NASA’s Artemis mission to return astronauts to the moon by 2024 is being delayed and costly, an assessment by the space agency’s watchdog has revealed.
A new report from NASA’s Inspector General (OIG) found the agency was likely to exceed its 2024 target by “several years” as delays and technical challenges impacted the mission’s schedule.
The OIG also criticized the cost of the lunar landing project, saying NASA “lacks a comprehensive and accurate cost estimate” of the program.
In total, the mission could cost $93 billion by 2025, according to the OIG.
Last week, the US space agency pushed back the expected date for a moon landing to 2025. The delay was partly due to legal action by Jeff Bezos-owned Blue Origin, which is suing NASA after they lost in an attempt to build a moon landing had vehicle for the Artemis program.
In a statement, NASA said the US Congress had not allocated “sufficient funds” for the agency to award lunar lander contracts to more than one private company.
NASA said the delay was also due to “first-time development challenges” and the 2024 deadline set by the former Trump administration “not technically feasible.”
NASA “understates” the cost.
In its report, the OIG noted that NASA used a rough estimate for the cost of the first three Artemis missions, “which excludes $25 billion for key activities related to planned missions beyond Artemis III.” .
The report also accused NASA of “failing to produce an official cost estimate for the Artemis program” and said it “underestimated the true funding needs” of the exploration project.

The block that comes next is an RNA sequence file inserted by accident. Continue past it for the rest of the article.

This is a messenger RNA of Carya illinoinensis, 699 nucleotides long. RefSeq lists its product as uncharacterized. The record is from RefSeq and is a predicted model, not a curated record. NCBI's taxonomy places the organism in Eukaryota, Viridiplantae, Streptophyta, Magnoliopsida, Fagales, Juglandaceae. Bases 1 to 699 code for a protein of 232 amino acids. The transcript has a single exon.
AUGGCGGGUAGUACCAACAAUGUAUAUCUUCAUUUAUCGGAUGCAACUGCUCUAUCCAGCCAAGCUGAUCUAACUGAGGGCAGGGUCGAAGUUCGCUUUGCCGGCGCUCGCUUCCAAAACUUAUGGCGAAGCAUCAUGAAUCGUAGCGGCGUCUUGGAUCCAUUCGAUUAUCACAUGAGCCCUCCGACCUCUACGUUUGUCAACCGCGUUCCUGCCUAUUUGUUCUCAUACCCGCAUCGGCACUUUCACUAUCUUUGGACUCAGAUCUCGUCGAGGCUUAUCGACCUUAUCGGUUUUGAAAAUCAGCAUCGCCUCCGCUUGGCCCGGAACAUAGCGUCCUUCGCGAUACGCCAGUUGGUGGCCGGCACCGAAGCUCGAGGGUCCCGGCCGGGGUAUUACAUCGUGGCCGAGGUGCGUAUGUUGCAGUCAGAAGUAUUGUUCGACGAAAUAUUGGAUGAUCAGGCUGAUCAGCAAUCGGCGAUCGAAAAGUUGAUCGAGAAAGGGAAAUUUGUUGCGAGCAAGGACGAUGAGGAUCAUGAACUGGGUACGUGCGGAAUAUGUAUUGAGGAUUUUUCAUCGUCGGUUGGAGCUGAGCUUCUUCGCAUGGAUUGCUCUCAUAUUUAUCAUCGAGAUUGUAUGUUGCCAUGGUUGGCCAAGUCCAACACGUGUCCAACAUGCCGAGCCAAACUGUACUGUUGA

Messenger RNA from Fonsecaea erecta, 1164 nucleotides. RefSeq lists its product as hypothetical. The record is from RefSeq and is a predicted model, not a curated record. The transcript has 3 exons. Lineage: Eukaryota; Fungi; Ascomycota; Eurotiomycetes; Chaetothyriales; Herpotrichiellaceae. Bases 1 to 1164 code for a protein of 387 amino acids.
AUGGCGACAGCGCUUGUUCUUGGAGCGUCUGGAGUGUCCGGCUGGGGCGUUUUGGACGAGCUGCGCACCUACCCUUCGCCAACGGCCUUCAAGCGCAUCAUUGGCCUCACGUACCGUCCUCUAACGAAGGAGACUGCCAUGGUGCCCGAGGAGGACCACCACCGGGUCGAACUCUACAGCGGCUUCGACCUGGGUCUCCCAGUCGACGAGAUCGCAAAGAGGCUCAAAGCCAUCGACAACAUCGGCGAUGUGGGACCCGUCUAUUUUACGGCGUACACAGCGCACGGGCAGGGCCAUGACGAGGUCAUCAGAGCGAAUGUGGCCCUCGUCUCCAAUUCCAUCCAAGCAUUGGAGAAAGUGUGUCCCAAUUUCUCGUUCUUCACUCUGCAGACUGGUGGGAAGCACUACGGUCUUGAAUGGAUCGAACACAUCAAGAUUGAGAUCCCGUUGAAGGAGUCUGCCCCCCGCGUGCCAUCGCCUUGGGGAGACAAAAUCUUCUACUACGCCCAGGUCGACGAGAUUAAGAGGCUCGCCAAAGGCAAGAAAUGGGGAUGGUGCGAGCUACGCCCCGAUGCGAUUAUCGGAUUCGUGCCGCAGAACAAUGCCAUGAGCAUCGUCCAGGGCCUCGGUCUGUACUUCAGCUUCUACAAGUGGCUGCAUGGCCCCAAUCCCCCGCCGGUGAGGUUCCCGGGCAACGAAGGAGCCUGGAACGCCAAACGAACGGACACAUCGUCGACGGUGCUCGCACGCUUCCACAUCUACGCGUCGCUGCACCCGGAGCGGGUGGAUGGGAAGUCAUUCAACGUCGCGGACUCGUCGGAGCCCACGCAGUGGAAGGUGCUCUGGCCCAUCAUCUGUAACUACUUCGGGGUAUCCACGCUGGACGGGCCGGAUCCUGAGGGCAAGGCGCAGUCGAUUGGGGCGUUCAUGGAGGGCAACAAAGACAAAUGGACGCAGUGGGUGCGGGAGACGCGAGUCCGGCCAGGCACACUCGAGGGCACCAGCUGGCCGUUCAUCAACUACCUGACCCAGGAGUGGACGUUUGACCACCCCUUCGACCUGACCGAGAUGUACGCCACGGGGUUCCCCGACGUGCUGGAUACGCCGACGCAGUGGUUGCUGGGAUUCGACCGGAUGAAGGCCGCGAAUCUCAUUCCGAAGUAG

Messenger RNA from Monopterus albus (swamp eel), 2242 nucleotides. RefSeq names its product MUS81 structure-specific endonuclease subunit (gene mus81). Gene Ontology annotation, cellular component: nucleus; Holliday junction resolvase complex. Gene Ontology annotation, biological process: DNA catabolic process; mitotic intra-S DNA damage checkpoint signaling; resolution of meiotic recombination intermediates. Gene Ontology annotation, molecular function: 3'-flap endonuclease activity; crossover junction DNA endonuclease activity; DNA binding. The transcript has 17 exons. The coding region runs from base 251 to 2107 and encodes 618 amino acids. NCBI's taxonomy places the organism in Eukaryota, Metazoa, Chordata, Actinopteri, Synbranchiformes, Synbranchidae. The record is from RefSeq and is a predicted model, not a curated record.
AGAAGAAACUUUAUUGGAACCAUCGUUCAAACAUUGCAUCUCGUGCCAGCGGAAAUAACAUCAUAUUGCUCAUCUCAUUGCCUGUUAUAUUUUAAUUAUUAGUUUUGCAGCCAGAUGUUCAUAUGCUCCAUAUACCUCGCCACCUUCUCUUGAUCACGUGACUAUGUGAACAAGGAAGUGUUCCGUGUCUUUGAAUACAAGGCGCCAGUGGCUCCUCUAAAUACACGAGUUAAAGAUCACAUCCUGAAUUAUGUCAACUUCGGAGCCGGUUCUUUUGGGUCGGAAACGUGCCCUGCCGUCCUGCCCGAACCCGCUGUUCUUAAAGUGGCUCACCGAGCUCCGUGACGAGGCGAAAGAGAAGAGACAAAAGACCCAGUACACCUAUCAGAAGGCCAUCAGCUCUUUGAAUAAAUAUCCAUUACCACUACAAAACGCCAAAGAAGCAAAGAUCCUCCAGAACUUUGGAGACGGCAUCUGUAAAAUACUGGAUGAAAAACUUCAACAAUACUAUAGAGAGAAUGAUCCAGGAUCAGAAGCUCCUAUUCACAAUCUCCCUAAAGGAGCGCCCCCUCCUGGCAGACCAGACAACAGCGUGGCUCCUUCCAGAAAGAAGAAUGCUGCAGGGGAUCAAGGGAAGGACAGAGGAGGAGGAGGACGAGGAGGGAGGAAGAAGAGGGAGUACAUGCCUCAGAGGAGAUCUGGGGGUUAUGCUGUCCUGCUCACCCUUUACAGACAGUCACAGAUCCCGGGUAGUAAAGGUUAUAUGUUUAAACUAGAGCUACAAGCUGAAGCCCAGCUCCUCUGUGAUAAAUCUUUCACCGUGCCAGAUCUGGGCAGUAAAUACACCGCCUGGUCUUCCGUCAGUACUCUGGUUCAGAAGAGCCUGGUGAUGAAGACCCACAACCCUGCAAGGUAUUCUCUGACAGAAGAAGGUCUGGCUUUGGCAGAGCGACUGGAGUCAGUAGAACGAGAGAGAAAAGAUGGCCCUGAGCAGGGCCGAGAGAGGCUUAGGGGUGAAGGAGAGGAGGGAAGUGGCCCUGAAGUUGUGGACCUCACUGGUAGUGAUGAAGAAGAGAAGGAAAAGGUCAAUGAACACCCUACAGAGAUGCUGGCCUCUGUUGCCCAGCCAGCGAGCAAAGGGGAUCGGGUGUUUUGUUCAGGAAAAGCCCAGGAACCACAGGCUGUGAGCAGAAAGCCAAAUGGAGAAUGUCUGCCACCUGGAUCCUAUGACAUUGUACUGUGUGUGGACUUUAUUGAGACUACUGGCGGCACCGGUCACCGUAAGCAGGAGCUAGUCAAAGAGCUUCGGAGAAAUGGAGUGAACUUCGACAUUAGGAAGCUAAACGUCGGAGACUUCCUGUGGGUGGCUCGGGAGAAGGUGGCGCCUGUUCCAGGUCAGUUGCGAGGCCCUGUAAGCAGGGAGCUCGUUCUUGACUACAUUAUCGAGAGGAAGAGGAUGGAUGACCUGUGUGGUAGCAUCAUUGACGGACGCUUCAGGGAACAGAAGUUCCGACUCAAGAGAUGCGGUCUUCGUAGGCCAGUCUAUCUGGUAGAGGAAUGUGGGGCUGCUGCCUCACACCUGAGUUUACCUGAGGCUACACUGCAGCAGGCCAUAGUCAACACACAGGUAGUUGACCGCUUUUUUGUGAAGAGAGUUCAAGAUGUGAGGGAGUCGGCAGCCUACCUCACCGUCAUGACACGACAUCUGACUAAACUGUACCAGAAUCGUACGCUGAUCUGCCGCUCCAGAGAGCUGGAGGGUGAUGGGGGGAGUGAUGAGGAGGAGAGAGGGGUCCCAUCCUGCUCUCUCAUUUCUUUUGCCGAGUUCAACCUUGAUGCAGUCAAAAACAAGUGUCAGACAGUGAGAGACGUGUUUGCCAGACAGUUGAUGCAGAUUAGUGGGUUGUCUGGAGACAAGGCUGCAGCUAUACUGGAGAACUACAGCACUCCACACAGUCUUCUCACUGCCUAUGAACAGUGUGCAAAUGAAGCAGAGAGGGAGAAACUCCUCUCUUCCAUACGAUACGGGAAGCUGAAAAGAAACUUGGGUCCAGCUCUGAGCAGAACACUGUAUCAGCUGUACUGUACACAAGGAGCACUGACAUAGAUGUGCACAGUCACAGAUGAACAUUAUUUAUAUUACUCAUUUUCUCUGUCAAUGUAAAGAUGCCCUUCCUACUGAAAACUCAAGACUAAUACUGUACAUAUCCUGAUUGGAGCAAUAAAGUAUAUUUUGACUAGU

NASA’s cost estimate for the program excluded spending on developing the Space Launch System (SLS) — the replacement for the space shuttle launch vehicle that was retired in 2011 — and the Gateway, a space station designed to orbit the moon and intended to serve as Outpost for astronauts in the Artemis program.
In its cost estimate, the OIG said NASA expected to spend $93 billion on the program through 2025, and at least $4.1 billion on the first four Artemis missions euros) costs per start.
In a written response, NASA said it had restructured its Human Exploration and Operations Mission Directorate organization to ensure effective management and that it had agreed to invest in its arm for exploration systems development according to “measurable cost reduction goals.” Looking for.
When will we land on the moon?
Artemis I, the first stage of the lunar landing mission, was originally scheduled to launch this month, but NASA’s own estimates have pushed the launch of the unmanned lunar orbiter to February 2022.
The OIG report is more cautious, saying Artemis I has a “higher likelihood of launch – by our estimate – by the summer of 2022.”
Artemis II – which will see a human crew fly 40,000 miles beyond the moon before returning to Earth – is facing delays from the Artemis I mission, the OIG said.
A key issue for the mission is parts availability. To save money, NASA plans to reuse parts from the Orion spacecraft used in Artemis I for the follow-up mission.
Artemis I delays could therefore delay subsequent launches.
“NASA will likely face schedule delays due to the reuse and installation of Orion components after Artemis I and a tight timeline for delivery of the Orion Service Module,” the OIG report said.
Artemis III, the mission that would take humans to the moon for the first time since 1972, faces numerous problems of its own.
A lunar lander to be built by Elon Musk’s SpaceX will likely be delayed by 3.4 years, according to an OIG estimate based on previous space development programs and delays due to Blue Origin’s lawsuit.
NASA’s efforts to develop the next generation of space suits are another bottleneck, the OIG said, after the agency was forced to accelerate its timeline to meet the 2024 deadline for former President Donald Trump’s moon landing.
“The suits will not be ready to fly until May 2025 at the earliest,” the report said.